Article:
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How to Stay Hydrated

Having enough water and other fluids throughout each day is important for good health and physical well-being. Dehydration can cause fatigue, cramping, and reduce your ability to function physically, so preventing it is key. Remember, even when you’re not physically active, your body still loses water daily through your lungs, skin and urine – and if these losses aren’t replaced, dehydration can result. Staying Hydrated

Do you really need 8 cups of water a day?

Contrary to popular belief, science doesn’t say you need to drink 8 cups of water each day. However, you do need to consume an adequate amount of different beverages including non-caffeinated and non-alcoholic beverages to keep properly hydrated. For instance, the average adult needs between 9 and 13 cups (250 ml per cup) of fluids each day. Water is one of the best choices for restoring your body’s hydration balance because it does not add extra calories to the diet.

How much water is enough?

A person’s fluid intake depends on a number of factors including age, gender and, if you’re a woman, whether you’re pregnant or breast-feeding. Fluid needs also vary according to the temperature outside as well as your activity level. Check the chart below to see what your regular fluid consumption should be. These fluid recommendations include water from all sources including beverages and foods. Remember, while water from beverages accounts for most of the fluids we consume, we also get fluids from fruit and vegetables, soups, stews, sauces and other foods. Staying Hydrated

Infants

Young children have a poorly developed thirst mechanism and often don’t think to take a drink. After a very hot day, a child’s irritability may be a sign that they’re thirsty or dehydrated. Parents should make sure kids drink plenty of fluids, especially when the weather is hot outside. Packing water bottles in lunch bags or to take along to day camp or sports activities helps kids remember to drink. Limit sugary beverages, such as soft drinks and sweetened fruit drinks as these are poor sources of nutrients and add unnecessary calories to a child’s intake. Most kids’ vitamin C needs can be met with 1/2 cup (125 ml) of 100% fruit juice each day. Pure water offers a refreshing, calorie-free choice when kids are thirsty.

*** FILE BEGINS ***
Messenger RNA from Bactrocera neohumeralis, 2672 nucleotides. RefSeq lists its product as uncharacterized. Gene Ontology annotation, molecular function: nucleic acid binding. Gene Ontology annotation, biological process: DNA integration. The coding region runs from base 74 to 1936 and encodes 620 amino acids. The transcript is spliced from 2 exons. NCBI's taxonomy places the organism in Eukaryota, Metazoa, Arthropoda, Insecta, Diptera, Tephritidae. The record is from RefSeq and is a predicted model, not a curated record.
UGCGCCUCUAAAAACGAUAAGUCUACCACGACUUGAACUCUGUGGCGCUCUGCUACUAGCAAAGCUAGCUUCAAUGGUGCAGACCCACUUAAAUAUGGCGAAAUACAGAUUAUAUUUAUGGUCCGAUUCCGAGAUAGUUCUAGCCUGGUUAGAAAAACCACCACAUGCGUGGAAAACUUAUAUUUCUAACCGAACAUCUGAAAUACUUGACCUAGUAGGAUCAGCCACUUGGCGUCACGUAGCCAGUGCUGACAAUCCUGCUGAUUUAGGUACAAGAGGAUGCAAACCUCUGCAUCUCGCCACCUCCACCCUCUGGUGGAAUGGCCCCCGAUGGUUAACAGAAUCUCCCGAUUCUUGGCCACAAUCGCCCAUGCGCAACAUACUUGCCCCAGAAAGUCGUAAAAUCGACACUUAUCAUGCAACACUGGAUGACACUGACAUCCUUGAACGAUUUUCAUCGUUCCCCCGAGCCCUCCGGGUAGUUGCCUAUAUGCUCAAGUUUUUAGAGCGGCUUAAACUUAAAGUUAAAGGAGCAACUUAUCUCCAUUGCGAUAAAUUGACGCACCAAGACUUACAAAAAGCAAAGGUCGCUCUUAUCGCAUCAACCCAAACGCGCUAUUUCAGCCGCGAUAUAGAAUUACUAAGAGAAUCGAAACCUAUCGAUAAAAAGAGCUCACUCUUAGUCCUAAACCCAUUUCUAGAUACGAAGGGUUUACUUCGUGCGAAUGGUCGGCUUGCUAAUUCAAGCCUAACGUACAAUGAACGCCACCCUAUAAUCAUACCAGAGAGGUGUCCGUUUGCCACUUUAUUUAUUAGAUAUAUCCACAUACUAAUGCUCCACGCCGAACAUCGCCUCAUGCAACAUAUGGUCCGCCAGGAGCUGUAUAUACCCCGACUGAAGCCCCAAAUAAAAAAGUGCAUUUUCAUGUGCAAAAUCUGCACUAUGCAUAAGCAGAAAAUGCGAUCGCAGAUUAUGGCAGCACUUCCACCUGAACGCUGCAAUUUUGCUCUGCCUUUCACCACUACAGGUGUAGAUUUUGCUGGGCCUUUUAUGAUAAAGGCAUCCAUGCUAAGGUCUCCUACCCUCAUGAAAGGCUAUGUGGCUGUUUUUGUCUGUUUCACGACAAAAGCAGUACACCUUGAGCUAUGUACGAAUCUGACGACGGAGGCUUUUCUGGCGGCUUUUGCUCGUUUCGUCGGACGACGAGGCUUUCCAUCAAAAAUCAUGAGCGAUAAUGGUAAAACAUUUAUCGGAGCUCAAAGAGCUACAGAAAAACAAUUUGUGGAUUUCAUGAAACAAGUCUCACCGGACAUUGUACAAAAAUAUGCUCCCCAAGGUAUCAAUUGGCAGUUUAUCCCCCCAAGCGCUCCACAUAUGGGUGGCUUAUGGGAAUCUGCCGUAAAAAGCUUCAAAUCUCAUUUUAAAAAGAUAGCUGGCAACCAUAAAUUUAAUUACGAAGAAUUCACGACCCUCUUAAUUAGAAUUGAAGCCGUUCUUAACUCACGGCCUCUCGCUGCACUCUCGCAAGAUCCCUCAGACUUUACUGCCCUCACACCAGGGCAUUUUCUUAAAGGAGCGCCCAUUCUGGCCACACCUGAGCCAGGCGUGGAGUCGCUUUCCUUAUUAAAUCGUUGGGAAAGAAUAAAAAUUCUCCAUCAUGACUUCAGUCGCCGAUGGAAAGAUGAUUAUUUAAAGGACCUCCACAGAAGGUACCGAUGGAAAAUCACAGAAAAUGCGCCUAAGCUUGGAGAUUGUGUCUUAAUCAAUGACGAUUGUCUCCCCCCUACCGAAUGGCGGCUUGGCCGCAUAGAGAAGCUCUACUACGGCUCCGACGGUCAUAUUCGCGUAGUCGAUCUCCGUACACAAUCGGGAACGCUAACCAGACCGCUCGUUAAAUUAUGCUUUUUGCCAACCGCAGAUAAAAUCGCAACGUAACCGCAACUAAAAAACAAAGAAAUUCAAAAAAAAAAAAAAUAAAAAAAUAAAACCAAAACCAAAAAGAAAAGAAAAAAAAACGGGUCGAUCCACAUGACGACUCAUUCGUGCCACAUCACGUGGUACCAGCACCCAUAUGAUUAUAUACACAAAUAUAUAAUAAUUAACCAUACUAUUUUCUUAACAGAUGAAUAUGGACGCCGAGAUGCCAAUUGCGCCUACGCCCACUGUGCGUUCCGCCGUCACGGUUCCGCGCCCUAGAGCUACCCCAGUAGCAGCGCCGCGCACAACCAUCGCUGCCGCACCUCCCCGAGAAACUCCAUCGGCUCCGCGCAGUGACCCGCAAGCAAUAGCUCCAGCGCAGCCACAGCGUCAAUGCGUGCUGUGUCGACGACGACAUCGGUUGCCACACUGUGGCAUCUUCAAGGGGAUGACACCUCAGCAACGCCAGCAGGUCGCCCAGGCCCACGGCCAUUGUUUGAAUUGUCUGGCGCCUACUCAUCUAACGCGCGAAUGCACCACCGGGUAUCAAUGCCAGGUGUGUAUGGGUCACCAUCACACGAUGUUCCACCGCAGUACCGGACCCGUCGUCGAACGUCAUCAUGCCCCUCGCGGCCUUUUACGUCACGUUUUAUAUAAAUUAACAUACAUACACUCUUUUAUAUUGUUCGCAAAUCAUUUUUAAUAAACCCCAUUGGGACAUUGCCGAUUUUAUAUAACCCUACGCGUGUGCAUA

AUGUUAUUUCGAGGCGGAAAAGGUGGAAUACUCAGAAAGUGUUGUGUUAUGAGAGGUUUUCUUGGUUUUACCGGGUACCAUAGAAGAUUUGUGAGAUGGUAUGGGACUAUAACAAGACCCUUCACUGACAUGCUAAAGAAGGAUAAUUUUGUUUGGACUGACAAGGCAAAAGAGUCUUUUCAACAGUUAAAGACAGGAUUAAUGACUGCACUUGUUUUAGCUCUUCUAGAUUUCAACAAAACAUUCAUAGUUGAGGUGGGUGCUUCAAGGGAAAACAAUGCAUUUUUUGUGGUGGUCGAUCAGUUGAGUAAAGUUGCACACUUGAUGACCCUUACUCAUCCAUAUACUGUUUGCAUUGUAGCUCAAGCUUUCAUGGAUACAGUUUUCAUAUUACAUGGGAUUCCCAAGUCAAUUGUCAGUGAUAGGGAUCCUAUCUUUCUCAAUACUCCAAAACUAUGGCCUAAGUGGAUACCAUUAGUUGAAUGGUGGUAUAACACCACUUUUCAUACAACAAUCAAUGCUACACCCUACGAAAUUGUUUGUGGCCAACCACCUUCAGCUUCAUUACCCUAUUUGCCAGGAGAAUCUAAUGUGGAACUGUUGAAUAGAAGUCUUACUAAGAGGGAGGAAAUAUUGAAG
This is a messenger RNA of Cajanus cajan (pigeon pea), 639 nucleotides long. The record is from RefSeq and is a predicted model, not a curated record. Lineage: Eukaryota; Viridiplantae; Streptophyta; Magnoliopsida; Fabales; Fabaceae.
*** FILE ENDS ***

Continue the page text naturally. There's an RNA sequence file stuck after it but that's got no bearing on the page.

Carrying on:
Children

Young children have a poorly developed thirst mechanism and often don’t think to take a drink. After a very hot day, a child’s irritability may be a sign that they’re thirsty or dehydrated. Parents should make sure kids drink plenty of fluids, especially when the weather is hot outside. Packing water bottles in lunch bags or to take along to day camp or sports activities helps kids remember to drink. Limit sugary beverages, such as soft drinks and sweetened fruit drinks as these are poor sources of nutrients and add unnecessary calories to a child’s intake. Most kids’ vitamin C needs can be met with 1/2 cup (125 ml) of 100% fruit juice each day. Pure water offers a refreshing, calorie-free choice when kids are thirsty.

Seniors

The elderly often drink too little water and are at greater risk of dehydration, especially in hot weather. Seniors should try to set out a quantity of water to drink throughout the day and sip on fluids regularly. Staying Hydrated

Active individuals

Whether you’re an avid gardener or involved in fitness, sports, or strenuous labour, you need to keep properly hydrated. That’s especially important when it’s hot and humid. You need to drink fluids regularly throughout the day, as well as before, during and after physical activities. When working in a physical environment, or exercising, try to drink one-half a cup (125 ml) of water about every 15 to 20 minutes. Athletes will need more fluids and should consult with their physician or dietitian to determine their specific needs.

Adequate water intakes for children and adults from beverages and foods

Age Group

Total Requirement

From Food

From Beverages

Infants 0 to 6 months 0.7 L/day   from breast milk or infant formula
Infants 7 to 12 months 0.8 L/day 0.2 L/day 0.6 L (about 3 cups) from breast milk, formula, juices diluted with water and drinking water
Toddlers 1 to 3 years 1.3 L/day 0.4 L/day 0.9 L (about 4 cups) from total beverages including water
Children 4 to 8 years 1.7 L/day 0.5 L/day 1.2 L (about 5 cups) from total beverages including water
Children 9 to 13 years 2.4 L/day 0.6 L/day 1.8 L (about 8 cups) for boys and 2.1 L/day including 1.6 L (about 7 cups) for girls from total beverages including water
Teens 14 to 18 years 3.3 L/day 0.7 L/day 2.6 L (about 11 cups) for boys and 2.3 L/day including 1.8 L (about 8 cups) for girls from total beverages including water
Men 19 years and older 3.7 L/day 0.7 L/day 3.0 L (about 13 cups) from total beverages including water
Women 19 years and older 2.7 L/day 0.5 L/day 2.2 L (about 9 cups) from total beverages including water
Pregnant women 3.0 L/day 0.7 L/day 2.3 L (about 10 cups) from total beverages including water
Breast-feeding women 3.8 L/day